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NOOSHIN SHAFIEI is an artist and educator. Her research and teaching are focused on traditional arts and how she applies this in modern life. Her academic studies include a BA in handicrafts (with a distinction in thesis and practical work), an MA in art research (achieved a distinction and award for her thesis) and a PhD in traditional arts at the Prince’s Foundation School of Traditional Arts. During her studies, she was awarded the Mohammad Abdul Latif Jameel Scholarship, the Farjam Foundation Scholarship and the Albukhary Foundation Scholarship. Shafiei’s design commissions include a mosque in Kent, England; a Fountain in an Islamic center in West London; mihrabs for mosques in the UK and Malaysia; the Mosaic Project for Barton and Trendworth Trust Garden Centre, England, and the mosaic wall panel for Friendship café in Gloucester, England. She is a tutor for several courses in the Prince’s Foundation School of Traditional Art’s open programme and has also conducted international workshops in pattern, illumination, Islamic geometry, calligraphy, ceramic tiles and wood marquetry in Qatar, Turkey, Azerbaijan, Malaysia and Pakistan. In her own art practice, Shafiei strives to achieve peace and harmony and to develop her work to the highest levels. She has taught in the field of traditional arts for more than 20 years and is a renowned artist who has exhibited her works both nationally and internationally.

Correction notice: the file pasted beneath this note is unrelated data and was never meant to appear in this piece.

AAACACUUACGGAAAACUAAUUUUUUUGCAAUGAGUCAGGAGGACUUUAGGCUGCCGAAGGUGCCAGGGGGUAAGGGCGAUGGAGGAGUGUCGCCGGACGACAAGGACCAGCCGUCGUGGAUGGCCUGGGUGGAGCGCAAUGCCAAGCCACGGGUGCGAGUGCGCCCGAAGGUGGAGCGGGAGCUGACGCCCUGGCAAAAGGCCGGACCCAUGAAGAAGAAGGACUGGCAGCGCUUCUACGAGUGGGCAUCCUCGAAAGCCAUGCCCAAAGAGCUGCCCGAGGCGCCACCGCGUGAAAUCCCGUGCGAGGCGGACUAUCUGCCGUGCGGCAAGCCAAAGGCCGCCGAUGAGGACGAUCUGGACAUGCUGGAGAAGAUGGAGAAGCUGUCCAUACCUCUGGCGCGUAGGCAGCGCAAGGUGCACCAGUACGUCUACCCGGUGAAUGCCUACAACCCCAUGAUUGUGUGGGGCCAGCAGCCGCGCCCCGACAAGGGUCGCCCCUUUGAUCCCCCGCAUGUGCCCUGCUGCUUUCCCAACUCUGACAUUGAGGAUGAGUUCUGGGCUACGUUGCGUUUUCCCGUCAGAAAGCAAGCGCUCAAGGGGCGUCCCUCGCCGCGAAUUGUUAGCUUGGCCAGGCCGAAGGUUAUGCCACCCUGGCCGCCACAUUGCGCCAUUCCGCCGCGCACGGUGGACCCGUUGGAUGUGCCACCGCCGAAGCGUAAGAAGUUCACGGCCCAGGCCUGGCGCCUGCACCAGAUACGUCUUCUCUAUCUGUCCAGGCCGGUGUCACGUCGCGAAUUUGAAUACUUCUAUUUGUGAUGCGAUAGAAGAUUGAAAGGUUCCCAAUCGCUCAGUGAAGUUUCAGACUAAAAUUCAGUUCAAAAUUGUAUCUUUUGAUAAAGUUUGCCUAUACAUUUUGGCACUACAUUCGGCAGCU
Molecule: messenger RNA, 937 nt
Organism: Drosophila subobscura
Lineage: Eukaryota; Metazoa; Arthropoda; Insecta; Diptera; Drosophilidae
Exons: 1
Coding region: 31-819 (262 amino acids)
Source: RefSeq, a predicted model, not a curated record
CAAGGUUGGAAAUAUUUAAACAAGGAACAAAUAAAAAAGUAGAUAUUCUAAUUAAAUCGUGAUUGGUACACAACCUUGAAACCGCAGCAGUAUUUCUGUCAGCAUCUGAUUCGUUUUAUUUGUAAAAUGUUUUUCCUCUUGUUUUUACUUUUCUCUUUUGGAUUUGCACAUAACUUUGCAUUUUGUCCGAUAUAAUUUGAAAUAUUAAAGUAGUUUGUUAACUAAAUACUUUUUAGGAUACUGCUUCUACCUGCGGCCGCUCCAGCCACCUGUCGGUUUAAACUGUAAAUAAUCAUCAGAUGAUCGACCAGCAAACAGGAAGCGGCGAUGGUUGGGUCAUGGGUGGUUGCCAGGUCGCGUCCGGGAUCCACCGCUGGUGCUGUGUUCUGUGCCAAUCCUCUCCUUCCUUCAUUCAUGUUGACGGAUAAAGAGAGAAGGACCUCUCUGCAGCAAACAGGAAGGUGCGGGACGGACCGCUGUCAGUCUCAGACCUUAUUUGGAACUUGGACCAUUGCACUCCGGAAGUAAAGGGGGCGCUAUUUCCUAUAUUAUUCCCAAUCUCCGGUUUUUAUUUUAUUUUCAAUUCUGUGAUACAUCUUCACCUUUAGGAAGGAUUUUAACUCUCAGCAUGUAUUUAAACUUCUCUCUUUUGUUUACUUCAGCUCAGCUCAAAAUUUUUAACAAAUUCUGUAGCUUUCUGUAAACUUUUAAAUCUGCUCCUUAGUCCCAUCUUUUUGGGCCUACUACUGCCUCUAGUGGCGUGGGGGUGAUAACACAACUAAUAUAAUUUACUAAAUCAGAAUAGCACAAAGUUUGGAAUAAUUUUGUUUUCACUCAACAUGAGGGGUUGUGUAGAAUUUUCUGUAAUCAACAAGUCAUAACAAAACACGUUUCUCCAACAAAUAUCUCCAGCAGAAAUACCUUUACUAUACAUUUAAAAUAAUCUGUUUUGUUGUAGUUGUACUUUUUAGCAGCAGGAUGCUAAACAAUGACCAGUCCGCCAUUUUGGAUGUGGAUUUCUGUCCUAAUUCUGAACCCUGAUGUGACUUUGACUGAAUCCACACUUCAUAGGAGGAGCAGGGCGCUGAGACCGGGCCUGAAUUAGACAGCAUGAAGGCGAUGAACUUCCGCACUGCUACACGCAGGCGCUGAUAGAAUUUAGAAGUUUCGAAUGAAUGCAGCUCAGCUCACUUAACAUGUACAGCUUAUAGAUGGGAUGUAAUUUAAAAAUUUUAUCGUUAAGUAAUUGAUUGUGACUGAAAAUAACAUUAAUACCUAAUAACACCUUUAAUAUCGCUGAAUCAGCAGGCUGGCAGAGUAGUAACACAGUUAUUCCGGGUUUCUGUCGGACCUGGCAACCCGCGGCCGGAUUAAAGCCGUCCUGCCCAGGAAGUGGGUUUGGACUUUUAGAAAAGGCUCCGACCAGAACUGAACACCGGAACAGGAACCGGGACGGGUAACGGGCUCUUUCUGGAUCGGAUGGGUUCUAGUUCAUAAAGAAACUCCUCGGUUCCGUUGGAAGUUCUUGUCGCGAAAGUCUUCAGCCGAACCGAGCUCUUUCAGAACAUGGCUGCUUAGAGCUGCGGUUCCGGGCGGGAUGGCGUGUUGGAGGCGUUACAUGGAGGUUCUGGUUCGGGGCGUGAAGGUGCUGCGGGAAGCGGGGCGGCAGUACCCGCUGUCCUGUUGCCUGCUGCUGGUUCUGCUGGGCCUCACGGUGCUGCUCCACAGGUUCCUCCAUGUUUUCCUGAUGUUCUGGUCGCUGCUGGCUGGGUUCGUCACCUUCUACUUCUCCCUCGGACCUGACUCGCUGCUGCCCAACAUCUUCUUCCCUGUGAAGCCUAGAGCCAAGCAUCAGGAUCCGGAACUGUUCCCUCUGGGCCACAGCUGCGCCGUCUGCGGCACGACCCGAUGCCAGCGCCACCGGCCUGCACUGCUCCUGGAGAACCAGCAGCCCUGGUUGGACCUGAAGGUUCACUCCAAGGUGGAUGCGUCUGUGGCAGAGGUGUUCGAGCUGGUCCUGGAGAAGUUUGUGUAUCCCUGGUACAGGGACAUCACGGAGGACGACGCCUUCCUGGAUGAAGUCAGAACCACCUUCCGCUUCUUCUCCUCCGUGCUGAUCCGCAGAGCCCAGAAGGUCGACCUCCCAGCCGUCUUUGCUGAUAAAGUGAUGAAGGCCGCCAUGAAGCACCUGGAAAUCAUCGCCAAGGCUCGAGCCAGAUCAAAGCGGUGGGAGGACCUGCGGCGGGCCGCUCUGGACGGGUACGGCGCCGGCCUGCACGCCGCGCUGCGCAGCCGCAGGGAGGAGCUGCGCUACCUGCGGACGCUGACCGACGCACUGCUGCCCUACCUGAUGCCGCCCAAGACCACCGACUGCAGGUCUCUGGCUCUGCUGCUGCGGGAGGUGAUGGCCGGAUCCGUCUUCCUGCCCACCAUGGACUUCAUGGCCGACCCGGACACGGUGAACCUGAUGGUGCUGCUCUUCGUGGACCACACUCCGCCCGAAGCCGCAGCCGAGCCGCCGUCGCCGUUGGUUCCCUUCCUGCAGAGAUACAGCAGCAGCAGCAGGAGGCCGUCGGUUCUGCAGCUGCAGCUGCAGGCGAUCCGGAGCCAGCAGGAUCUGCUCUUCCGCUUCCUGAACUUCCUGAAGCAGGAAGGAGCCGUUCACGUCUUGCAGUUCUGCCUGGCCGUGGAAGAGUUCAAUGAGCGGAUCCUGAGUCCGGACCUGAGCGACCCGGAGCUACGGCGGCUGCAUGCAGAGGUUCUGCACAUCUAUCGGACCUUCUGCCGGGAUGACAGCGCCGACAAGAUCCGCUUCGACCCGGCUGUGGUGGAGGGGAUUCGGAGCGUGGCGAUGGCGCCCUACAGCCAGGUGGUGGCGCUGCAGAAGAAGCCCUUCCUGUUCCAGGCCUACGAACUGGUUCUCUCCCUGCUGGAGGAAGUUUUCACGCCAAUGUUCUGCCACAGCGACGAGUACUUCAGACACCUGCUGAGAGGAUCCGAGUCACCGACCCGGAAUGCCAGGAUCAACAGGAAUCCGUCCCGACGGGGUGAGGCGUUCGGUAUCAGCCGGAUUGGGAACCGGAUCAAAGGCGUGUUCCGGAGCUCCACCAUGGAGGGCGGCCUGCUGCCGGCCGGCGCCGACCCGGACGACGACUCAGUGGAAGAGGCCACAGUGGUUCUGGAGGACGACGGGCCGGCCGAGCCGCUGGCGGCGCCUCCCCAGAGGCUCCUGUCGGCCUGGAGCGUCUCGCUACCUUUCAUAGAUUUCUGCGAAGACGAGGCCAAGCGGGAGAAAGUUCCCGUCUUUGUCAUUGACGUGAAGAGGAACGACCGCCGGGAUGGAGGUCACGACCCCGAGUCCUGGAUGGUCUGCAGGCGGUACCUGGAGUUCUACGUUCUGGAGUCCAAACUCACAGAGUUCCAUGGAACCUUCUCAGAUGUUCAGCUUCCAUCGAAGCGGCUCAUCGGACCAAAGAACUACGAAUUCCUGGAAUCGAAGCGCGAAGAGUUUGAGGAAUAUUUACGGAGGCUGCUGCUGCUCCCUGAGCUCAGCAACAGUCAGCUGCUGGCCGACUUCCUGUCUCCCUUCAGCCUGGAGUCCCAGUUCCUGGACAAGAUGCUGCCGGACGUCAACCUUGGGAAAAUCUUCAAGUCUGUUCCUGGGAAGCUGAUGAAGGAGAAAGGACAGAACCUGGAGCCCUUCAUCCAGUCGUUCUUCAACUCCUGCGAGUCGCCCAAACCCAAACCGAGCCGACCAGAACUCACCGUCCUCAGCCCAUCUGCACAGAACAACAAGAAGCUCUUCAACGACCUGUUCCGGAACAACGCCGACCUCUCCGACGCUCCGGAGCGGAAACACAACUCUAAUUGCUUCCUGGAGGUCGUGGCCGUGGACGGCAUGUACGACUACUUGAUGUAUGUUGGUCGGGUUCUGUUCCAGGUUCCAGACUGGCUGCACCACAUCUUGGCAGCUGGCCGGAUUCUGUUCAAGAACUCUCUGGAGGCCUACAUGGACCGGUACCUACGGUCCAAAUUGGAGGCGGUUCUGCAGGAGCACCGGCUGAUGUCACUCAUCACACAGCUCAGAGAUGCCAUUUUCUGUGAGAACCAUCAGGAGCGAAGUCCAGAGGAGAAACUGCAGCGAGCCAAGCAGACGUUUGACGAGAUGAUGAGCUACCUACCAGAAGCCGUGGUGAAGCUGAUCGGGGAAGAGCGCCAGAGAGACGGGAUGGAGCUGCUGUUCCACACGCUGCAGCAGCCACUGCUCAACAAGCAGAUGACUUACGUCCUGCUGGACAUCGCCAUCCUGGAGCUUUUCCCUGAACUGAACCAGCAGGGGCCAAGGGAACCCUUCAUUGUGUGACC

THE CAMBRIDGE CENTRAL MOSQUE AS A COMBINATION OF FORMS, THE TRADITIONAL AND MODERN STYLES
There are an estimated 1,500 mosques in Britain; many having been built in recent years. The style and architecture of mosques are vital components of the new public face of Islam in the UK. Recent years have seen the entry of British architects into mosque design; a phase which would see a shift away from nostalgia for places of ethnic origin that arose from around the Muslim world to innovative design concepts that were more adventurous in scope. The aim of this research is to gain an understanding of the new Cambridge Central Mosque, as a case study because it uniquely brings together Islamic sacred traditions with British architecture, using the very latest technologies for the 21st century. The research focuses mainly on architectural forms and design elements, as well as objects used in and around the new Cambridge mosque. In addition to this paper, a documentary film has been produced to document this.